JohanDane, I strongly advise against winging it after a few drinks (I assume that you’re actually considering it, since it wouldn’t be the first time that a best man has done that). Most people don’t speak off the cuff very well, and trying to do so after a couple of drinks… You probably won’t be very happy with the results. Spend some time on writing it and practice.
There’s no hard and fast rules about the contents of a Best Man’s toast. I’ve seen speeches that are funny, touching, or a combination of the two. I’ve seen them of all lengths as well (it doesn’t have to be long). It’s OK to tease the groom a little (especially as he’s your brother), but make sure any teasing is gentle and in good fun. If you take it too far, it’s just tacky. Often times, people will include an anecdote or two about the groom, such as a funny story from their childhood if they’ve know each other that long (as you obviously have).
As others have said, the Best Man does have a few other duties. Traditionally, they throw the bachelor party, make sure that the groom gets there in time and settles him down if he gets too nervous, and is usually responsible for holding onto the rings during the ceremony until they are asked for. Also, the Maid/Matron of Honor and the Best man are the witnesses that sign the marriage license. If the reception is large enough that the bride and groom have a hard time getting around to everyone, they may seek you out as sort of a “meet and greet” substitute. On top of that, you just help out any way you can.
It’s also a lot of fun. Because you’re in the bridal party, you sit at a special table, get to eat dinner first, and generally get to enjoy the heck out of the night.
Great! thanks for all the tips and good advice… I’m glad that there are so many others on the SDMB who have been through this too. I think I will keep the speech short and sweet…maybe an anecdote or two if I can think of some good ones on the plane ride over. I also just found this great site that has hundreds of example speeches. It seems that most of the submitted speeches were done by British guys so the humor is a bit odd at times but it gives me some good ideas, here is the link:
Thanks again for all the help…I think I will be okay.
I’d second the advice about NOT winging it. Take the time to write something down. Go easy on the booze until you’ve given your speech.
Remember this is their BIG day – it’s worth putting in a little extra effort to make it as good as possible for them. A good speech will be remembered and appreciated; a bad one will be a blemish on their day. Doing all that you can to make their wedding perfect is a way of showing that you respect the couple and their commitment they are making.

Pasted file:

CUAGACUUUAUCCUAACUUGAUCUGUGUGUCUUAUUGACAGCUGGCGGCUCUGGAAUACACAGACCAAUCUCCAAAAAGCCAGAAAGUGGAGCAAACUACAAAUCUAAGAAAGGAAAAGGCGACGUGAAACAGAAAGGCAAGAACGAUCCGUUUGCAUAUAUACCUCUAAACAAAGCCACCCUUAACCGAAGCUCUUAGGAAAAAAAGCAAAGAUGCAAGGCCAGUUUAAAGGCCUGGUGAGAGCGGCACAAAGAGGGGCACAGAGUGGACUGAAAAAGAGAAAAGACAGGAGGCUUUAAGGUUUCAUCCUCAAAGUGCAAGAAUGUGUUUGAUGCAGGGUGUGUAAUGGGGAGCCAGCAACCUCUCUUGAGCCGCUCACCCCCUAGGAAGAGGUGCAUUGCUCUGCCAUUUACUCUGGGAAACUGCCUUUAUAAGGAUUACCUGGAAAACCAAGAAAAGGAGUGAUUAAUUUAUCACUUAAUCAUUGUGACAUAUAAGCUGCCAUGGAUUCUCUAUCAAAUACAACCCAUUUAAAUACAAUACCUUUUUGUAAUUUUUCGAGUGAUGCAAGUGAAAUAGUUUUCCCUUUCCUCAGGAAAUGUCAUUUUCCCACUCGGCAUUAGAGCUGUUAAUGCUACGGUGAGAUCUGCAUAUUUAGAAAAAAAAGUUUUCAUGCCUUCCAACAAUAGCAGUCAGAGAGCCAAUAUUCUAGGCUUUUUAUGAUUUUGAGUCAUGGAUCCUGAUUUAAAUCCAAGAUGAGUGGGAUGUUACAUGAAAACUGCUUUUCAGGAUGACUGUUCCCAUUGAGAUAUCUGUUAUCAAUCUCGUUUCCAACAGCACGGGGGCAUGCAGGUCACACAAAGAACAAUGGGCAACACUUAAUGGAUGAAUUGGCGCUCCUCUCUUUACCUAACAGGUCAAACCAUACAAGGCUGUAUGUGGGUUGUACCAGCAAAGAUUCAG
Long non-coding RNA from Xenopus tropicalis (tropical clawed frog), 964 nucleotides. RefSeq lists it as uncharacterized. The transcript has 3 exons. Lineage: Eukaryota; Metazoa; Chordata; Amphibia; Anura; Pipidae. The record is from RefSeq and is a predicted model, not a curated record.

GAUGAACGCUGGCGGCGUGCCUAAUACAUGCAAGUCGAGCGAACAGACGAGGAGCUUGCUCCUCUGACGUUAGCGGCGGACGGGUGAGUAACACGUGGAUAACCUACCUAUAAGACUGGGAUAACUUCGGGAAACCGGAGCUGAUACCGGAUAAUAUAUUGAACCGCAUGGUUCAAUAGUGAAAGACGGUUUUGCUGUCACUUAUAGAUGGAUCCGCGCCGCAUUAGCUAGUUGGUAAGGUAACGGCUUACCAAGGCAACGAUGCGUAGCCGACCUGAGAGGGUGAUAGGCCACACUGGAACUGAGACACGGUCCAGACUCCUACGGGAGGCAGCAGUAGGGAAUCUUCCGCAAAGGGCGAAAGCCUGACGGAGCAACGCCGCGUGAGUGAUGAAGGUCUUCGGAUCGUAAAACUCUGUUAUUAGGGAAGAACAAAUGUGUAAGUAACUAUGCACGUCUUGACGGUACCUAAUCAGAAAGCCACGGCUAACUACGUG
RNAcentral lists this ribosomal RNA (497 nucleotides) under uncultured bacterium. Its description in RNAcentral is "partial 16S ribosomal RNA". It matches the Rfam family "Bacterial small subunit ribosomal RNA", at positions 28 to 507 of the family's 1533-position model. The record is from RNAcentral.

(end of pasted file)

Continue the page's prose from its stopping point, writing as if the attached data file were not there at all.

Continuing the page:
Two time best man here. Neither of my toasts went well as I spoke too quickly. If you’re trying for something, don’t make it too “inside” or something that people have to think about. It’s no time to break out your Dennis Miller routine.
Go for something straightforward. And practice. And keep the groom from freaking out.
If you hold your champagne glass up in one hand while making your toast, it may help you to remember to keep it short. In cases like this, short beats long and sincere beats the heck out of funny.
Since you’re looking for advice, I’ll move this thread to IMHO.
In addition to the above duties, I was also in charge of “decorating” the getaway car during my brother’s wedding. Plus, since neither my family nor Sis-in-law’s is very organized, I was the one making trips back to the house for forgotten items (no, not the rings!) Basically, the groom is going to be freaking out, the bride is kept hidden until the ceremony, so try to help smooth out any glitches.
And I was rather proud of the finale of my toast to my brother:
“And together may you be strong enough to handle the insanity of your new in-laws”.
Both my family and the hers are rather…odd.
Yes, sincere is FAR more important than funny. A funny speech may amuse the wedding guests, but many a bride on her wedding day has NO sense of humor. If you ever want to see your brother again, keep it short and keep it sappy.
Another very important and too-often-neglected duty: Don’t let the groom get sloshed. Don’t let him do anything stupid. If you fail to abide by these rules, prepare for extra duties: cleaning up the groom’s vomit, finding him a new shirt right before he walks down the aisle…
-make sure groom and groomsmen have their tuxes and all accessories
-get groom on church on time (and preferably sober)
-take tuxes back
-I’m sure there’s more
As far as the speech keep it short. Start by thanking everyone for sharing this beautiful day with the bride and groom blah…blah… Then tell a very short story about your brother taken care of something when he was little, like a stray cat or bird falling out of tree, or something. And end by transfer that care or act of kindness to his new family.